The Subtle Art of Game Speculation
I collect a lot of games. They’re not all winners. For example, I stupidly purchased not one but two copies of the massive StarCraft: The Board Game from the clearance section of a toy store in 2007. I thought my kids — who were gonzo for the Blizzard computer game at the time — would show a least a little interest, but they never did. Just because a game is heavily discounted doesn’t mean it’s a good buy. I kicked myself for making a dumb impulse purchase, and stashed the games in my basement.
Flash forward a decade to today, as I’m sitting in the front row of the Games Plus Fall auction in Mount Prospect, Illinois. It runs over four days, but the Saturday auction is reserved for science fiction games and RPGs. There are thousands sold to collectors and enthusiasts from all over the Midwest. And what to my astonished eyes was one of the most hotly sought-after items? StarCraft: The Board Game, which is apparently both rare and highly desirable, at least in good shape. The first copy to be offered up, a perfect copy still in the shrinkwrap, caused a frenzy of bidding, and sold for $112. Not bad for a game I paid $30 for in a discount bin ten years ago.
StarCraft: The Board Game is just about the last item in my game collection I expected to accumulate in value. Yeah, it’s huge and heavy, which means that probably not a lot of copies survived in good shape. It was also expensive, and clearly wasn’t a big seller for Fantasy Flight. That combination means copies are likely scarcer than most of their other titles.
That explains the relative rarity. But rarity isn’t enough to drive up a price like that — you also need demand. Where’s all this demand coming from?
Well, StarCraft continues to enjoy an excellent reputation — and the Remastered version of the original game was released late this summer, which doubtless kept the StarCraft brand in the pubic eye.
But I’m not so cynical as to believe that a game’s popularity is 100% dependent on marketing and cross-promotion. No, when a game gradually becomes hotly sought-after, I assume there’s a simpler and more compelling solution. It must be damn good game.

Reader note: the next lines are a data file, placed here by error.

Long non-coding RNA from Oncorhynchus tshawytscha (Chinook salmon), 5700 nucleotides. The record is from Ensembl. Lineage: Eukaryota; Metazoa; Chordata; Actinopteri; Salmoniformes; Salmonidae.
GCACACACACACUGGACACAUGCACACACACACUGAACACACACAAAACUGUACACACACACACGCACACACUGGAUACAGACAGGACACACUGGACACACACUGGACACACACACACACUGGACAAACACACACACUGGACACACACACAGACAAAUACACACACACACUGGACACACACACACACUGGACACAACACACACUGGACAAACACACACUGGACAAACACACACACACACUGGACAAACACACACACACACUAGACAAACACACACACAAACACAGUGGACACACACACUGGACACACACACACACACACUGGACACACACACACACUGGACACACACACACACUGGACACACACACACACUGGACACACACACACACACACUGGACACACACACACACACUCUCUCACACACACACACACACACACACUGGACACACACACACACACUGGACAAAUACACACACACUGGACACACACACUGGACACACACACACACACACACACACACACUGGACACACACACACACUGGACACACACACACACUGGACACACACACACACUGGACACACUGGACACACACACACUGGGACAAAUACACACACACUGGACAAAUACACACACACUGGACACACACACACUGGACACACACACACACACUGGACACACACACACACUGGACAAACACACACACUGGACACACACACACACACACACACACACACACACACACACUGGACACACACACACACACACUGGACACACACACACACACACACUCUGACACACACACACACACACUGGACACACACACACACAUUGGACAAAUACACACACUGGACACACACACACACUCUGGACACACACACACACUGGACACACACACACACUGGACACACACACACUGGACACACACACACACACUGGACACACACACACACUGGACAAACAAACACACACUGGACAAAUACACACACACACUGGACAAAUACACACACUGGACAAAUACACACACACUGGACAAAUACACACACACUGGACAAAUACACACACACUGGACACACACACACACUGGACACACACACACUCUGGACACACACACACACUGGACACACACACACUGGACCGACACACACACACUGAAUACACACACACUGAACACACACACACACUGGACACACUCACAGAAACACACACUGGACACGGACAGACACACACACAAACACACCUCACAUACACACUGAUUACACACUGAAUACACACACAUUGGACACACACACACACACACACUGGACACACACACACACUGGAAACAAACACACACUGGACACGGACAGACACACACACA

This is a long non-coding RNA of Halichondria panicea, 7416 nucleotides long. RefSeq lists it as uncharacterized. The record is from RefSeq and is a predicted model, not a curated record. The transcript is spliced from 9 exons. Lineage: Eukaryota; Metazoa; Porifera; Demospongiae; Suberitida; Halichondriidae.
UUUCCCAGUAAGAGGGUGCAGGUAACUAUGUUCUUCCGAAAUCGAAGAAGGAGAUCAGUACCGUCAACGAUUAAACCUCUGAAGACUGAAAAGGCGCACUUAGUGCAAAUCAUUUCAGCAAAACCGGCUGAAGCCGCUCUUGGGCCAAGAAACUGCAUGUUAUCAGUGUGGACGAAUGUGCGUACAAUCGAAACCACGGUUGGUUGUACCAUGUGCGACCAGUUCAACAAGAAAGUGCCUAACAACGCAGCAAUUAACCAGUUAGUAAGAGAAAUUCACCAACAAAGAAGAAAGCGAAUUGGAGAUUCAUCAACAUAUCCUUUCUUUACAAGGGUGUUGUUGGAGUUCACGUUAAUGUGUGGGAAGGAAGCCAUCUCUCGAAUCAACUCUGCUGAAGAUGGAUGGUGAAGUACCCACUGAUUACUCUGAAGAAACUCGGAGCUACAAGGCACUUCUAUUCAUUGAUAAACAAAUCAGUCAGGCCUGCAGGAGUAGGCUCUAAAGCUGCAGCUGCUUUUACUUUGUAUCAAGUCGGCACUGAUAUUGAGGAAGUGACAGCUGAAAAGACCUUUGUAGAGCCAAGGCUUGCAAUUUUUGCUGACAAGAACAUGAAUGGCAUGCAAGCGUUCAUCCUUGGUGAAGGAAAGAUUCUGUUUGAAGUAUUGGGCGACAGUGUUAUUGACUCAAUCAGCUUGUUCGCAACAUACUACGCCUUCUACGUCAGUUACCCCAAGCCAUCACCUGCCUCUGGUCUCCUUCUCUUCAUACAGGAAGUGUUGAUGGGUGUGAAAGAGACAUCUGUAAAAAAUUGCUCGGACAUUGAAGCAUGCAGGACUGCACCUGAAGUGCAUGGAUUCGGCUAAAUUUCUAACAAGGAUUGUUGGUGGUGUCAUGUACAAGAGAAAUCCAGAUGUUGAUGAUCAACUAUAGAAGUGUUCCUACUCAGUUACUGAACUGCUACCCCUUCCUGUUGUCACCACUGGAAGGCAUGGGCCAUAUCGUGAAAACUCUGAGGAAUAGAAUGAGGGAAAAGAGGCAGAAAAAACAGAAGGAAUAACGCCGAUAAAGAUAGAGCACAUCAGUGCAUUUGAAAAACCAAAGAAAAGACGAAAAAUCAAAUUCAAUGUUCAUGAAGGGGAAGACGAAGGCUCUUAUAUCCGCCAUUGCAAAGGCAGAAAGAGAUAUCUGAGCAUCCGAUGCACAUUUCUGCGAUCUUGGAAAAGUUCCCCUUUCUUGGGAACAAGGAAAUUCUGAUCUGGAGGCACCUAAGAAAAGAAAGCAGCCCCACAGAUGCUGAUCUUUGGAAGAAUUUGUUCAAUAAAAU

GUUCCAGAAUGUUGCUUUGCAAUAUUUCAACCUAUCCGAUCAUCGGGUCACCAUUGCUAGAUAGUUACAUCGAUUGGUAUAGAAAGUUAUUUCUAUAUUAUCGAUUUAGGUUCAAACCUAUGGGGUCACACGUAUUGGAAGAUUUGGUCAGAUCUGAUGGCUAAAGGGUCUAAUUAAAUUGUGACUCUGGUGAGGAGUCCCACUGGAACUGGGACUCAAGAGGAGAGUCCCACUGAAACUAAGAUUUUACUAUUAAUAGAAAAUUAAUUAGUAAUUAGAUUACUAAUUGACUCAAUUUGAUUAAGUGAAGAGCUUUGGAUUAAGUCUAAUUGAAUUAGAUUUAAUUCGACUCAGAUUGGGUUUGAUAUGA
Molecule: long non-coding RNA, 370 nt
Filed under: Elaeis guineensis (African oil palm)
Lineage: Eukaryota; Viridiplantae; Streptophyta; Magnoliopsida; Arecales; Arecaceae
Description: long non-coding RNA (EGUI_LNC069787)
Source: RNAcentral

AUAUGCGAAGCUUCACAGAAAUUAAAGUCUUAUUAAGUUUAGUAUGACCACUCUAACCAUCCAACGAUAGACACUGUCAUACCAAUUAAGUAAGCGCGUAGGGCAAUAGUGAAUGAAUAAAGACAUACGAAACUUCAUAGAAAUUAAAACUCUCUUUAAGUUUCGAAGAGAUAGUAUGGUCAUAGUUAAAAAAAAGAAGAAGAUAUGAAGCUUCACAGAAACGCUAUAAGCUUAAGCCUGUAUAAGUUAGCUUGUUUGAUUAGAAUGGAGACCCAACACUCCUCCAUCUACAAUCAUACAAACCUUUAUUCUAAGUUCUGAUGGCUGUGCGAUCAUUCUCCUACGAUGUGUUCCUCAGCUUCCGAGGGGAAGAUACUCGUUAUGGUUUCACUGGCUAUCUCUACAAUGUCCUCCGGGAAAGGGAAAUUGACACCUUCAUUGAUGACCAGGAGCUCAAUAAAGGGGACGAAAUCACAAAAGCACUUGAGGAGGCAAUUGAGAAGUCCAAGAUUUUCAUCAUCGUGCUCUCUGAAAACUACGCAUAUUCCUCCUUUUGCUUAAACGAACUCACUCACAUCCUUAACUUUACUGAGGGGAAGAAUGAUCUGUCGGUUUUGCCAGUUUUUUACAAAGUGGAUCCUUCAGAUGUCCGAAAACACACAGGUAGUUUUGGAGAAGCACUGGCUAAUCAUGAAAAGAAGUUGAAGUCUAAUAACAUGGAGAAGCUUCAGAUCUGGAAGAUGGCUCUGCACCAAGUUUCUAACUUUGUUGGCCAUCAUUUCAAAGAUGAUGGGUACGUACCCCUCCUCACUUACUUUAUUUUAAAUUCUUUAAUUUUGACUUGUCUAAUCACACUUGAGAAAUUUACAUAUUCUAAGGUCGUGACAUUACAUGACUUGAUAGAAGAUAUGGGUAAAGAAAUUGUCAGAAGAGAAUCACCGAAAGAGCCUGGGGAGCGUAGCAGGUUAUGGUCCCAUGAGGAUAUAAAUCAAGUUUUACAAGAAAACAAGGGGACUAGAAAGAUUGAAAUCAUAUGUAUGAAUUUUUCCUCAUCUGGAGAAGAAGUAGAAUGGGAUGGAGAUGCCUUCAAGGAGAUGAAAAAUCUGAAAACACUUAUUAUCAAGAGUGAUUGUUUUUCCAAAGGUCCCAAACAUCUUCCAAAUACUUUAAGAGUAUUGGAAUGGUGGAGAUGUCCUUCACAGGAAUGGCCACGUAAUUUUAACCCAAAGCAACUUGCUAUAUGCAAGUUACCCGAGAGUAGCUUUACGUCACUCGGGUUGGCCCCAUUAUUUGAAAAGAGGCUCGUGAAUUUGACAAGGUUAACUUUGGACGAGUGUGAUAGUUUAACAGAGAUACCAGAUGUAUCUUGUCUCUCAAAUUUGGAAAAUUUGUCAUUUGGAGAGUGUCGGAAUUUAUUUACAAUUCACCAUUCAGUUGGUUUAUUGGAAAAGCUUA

That seems to be the case with StarCraft: The Board Game. What I assumed was a simplistic distillation of a complex and nuanced computer game instead seems to be a lively board game that encourages group play. Here’s the review at Digital Spy.
Another video game board game with a modular board, where you’ll be able to create up to 12 specific planets in the Starcraft universe — the number depends on how many players there are.
It’s up to the players to control the various elements, including air and ground units, in a bid for domination of said worlds. There’s no die, just cards for the combat system, but using these you’re able to modify and upgrade your faction with a wealth of powerful tech.
Starcraft: The Board Game is fairly complicated at first, but when it clicks your enemies are in for a very bumpy ride.
StarCraft wasn’t the only surprise this round at the Games Plus auction. Its sister game from Fantasy Flight, the World of WarCraft Board Game, also commanded a very high price. I’ll cover that — and many of the other surprises — in a later post.
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John looks like you made some windfall investments there. Looking at Board Game Geek I see Starcraft is rated 318 with a geek rating of 7.018. When one considers the number of games listed there and check a benchmark similar game such as (well this is hard to chose but I stuck with a Sci fi stalwart here) Cosmic Encounter at 89 with a geek rating of 7.457, it’s not that far off.
The question is, as you have two, will you hold on or be selling one imminently…?
I’m not much for selling games. I used to bring some of my RPG duplicates to conventions to sell at the Black Gate booth, but that was mostly about making room in the Cave of Wonders. I’ll probably use the second copy as a gift.
Aaaagh, I’ve got to remember to get my crated-away 30-year-old games over to that auction someday.
I’ll bid on ’em! 🙂
Its a combined factor of the hobby just wasn’t as big in 2007 as it is now. And the people who played it have fond memories of it.
I listen to several board game podcasts and it gets mentioned more than you would think.
> Its a combined factor of the hobby just wasn’t as big in 2007 as it is now.
Huh. You know, I never thought of that. Do you think that’s true? Certainly it seems that RPG gaming (and D&D in particular) isn’t as big now as it was in 2007, when it was just coming off the huge d20 boom. Board games have grown in popularity, but overall I hadn’t thought the size of the hobby had changed appreciably. Love to hear that I’m wrong!
> I listen to several board game podcasts and it gets mentioned more than you would think.
I wouldn’t think it got mentioned AT ALL. I didn’t think anyone remembered this game at all, let alone still played it. Surprised to hear it has a real fan base!